• NL: We are always still accepting donations for different items.  We recently had a parent express that they would be willing to donate a K’NEX set, something I think a lot of students would enjoy, since our Legos are very popular.
  • Are there additional tools that you wish to acquire for the space/ideas for expansion?
    • SS: Oh, I have big plans for the future🙂 It’s going to take a lot of planning, and it’s not going to happen overnight, but the dream would be to have more of the high-tech kits like Lego Mindstorms, Raspberry Pi’s for computer programming, and other various littleBits kits. I’d also like to have a green screen area that students could use for digital media projects. We’re currently working on acquiring a 3D printer. We’ve even tossed around the idea of eventually starting a library garden!
  • What has been the largest hurdle in creating the space?
    • SS: Like with anything else, funding is the largest hurdle. We’ve been pretty blessed with administrative support in that regard, though. We also have a student-run Library Advisory Board that runs Java Joint  (a coffee shop) in the library. They’ve indicated that they’ll use profits from coffee sales to help purchase some Makerspace stuff, too. Students have also given us some super creative fundraising ideas, and we’re also looking into some grant-writing opportunities for next school year.
    • NL: I would add that lack of space is a bit of an issue.  We currently are discussing how best to adjust our collection and move around the existing furniture to make a better area more dedicated to these Makerspaces. We are also trying to make our space more welcoming and relaxing by incorporating couches, chairs, tables, and end tables.
  • What has been the largest success?
    • SS: I don’t even know if I could pinpoint just one tool that students tinker with the most. It varies… one day we’ll have different groups of students throughout the day working on an intricate puzzle that we’ll find completed by the end of the school day, and then the next day, we’ll discover a huge circuit project that kids put together using the littleBits and nothing else gets touched.
  • How have your students responded to the space?
    • SS: We’ve had some really cute student reactions, especially when we first put out some of the low-tech stuff they were gravitating to primarily as an outlet. Since we put out our Makerspaces, I’ve overheard kids call the library slang words for “cool” that I’ve never even heard of and can’t recall, an indication of just how hip they think we are🙂 One student even said, “I love the library. I want to live here!” The students have definitely embraced it.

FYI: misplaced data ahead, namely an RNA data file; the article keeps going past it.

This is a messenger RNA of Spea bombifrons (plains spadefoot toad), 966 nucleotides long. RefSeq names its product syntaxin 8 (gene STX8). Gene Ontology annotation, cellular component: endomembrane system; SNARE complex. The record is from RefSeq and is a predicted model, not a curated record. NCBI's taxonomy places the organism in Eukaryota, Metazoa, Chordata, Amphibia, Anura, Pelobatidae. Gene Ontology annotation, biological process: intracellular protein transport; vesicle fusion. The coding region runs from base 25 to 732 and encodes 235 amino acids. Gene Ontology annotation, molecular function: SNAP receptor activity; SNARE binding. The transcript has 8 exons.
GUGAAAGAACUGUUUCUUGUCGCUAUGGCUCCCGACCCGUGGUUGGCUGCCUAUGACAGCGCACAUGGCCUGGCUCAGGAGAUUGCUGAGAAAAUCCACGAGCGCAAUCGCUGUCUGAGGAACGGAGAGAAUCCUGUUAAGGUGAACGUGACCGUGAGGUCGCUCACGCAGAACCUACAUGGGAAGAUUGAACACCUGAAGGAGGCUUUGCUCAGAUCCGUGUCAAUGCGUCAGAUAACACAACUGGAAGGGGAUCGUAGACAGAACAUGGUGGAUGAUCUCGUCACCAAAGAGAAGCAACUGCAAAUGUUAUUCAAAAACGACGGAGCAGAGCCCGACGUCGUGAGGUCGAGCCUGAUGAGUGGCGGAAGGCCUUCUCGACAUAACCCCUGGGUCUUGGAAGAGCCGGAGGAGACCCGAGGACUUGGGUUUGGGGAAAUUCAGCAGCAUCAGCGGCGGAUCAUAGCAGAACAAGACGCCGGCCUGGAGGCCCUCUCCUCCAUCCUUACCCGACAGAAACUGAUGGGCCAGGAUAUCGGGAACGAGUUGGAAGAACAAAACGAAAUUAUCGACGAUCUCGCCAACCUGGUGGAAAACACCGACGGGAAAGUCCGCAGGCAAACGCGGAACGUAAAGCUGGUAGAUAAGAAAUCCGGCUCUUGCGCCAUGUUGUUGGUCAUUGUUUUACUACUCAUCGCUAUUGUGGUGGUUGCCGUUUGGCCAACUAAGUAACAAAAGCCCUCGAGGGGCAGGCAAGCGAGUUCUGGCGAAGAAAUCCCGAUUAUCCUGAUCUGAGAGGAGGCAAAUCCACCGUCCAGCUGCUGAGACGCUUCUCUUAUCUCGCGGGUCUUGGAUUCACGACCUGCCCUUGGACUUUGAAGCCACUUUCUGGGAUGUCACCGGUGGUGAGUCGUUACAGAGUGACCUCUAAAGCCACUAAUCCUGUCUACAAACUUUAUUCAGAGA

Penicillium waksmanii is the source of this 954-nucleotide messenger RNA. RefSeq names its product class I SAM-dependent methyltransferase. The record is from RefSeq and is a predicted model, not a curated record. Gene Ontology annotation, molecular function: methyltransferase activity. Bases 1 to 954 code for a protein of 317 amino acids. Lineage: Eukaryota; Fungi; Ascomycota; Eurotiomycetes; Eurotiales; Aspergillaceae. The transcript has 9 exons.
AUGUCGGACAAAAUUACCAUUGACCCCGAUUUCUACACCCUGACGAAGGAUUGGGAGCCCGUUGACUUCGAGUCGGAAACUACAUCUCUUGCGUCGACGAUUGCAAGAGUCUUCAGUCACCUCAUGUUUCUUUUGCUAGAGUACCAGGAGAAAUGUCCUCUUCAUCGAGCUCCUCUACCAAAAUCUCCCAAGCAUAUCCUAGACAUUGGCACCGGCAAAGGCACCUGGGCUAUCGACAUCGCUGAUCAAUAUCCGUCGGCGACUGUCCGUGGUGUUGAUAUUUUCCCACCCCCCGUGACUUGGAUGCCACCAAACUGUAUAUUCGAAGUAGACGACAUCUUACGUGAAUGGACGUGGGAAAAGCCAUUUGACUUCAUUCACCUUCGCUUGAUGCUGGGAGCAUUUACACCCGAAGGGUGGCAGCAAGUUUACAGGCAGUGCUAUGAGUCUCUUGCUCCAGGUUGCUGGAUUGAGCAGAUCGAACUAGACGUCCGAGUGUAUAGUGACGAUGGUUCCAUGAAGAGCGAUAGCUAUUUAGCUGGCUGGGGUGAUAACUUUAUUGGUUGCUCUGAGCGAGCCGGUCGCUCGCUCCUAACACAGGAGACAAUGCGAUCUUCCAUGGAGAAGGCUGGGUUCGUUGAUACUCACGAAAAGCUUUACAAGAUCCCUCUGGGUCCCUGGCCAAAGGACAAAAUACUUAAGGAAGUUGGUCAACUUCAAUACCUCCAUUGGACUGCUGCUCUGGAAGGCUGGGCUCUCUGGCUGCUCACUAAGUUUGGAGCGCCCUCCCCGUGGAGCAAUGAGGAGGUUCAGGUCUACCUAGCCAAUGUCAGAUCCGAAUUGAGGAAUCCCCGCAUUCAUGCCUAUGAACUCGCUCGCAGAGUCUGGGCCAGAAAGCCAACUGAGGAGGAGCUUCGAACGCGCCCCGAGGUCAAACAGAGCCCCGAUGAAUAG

• NL: Our students really love it! They said they really enjoy coming to the library since they can do a variety of things here instead of just checking out a book or using a computer.  They like that they can talk to us about books since we try to be well read with books popular with our students.
  • How have your teachers responded to the space?
    • SS: There is definite interest. I held a Library Open House in February for teachers to come and check out what’s new. I actually had a few teachers sheepishly admit that it was the first time they’d been in the library, so it’s certainly drawing attention. It’s exciting for me though because if I can get teachers and their classes in here for the tech tools, that also develops rapport and opens the door for me help teachers and students with research projects or to spark an interest in reading a new book series as well. The Library of the 21st Century is NOT the library we as educators had while we were in school. The Makerspaces are attracting a whole new crowd of classes and individual students. We’re not just for English classes and book nerds anymore… though we still love the book nerds😉
    • NL: I think a lot of teachers aren’t quite sure where to start.  They seem to have an initial “Oh that’s cool” reaction, but their interest seems more engaged when we give them specific ideas of how we can help them utilize these different Makerspaces and other technology supplements in their classroom.  One great example is a foreign language teacher who immediately responded to our announcement about Google Cardboard–she asked if we could find some virtual reality tours of castles in Germany! It was so exciting to have someone immediately interested in how to utilize these devices.
  • What has been your greatest area of inspiration? For example, have you utilized Pinterest or any other resource to develop the space?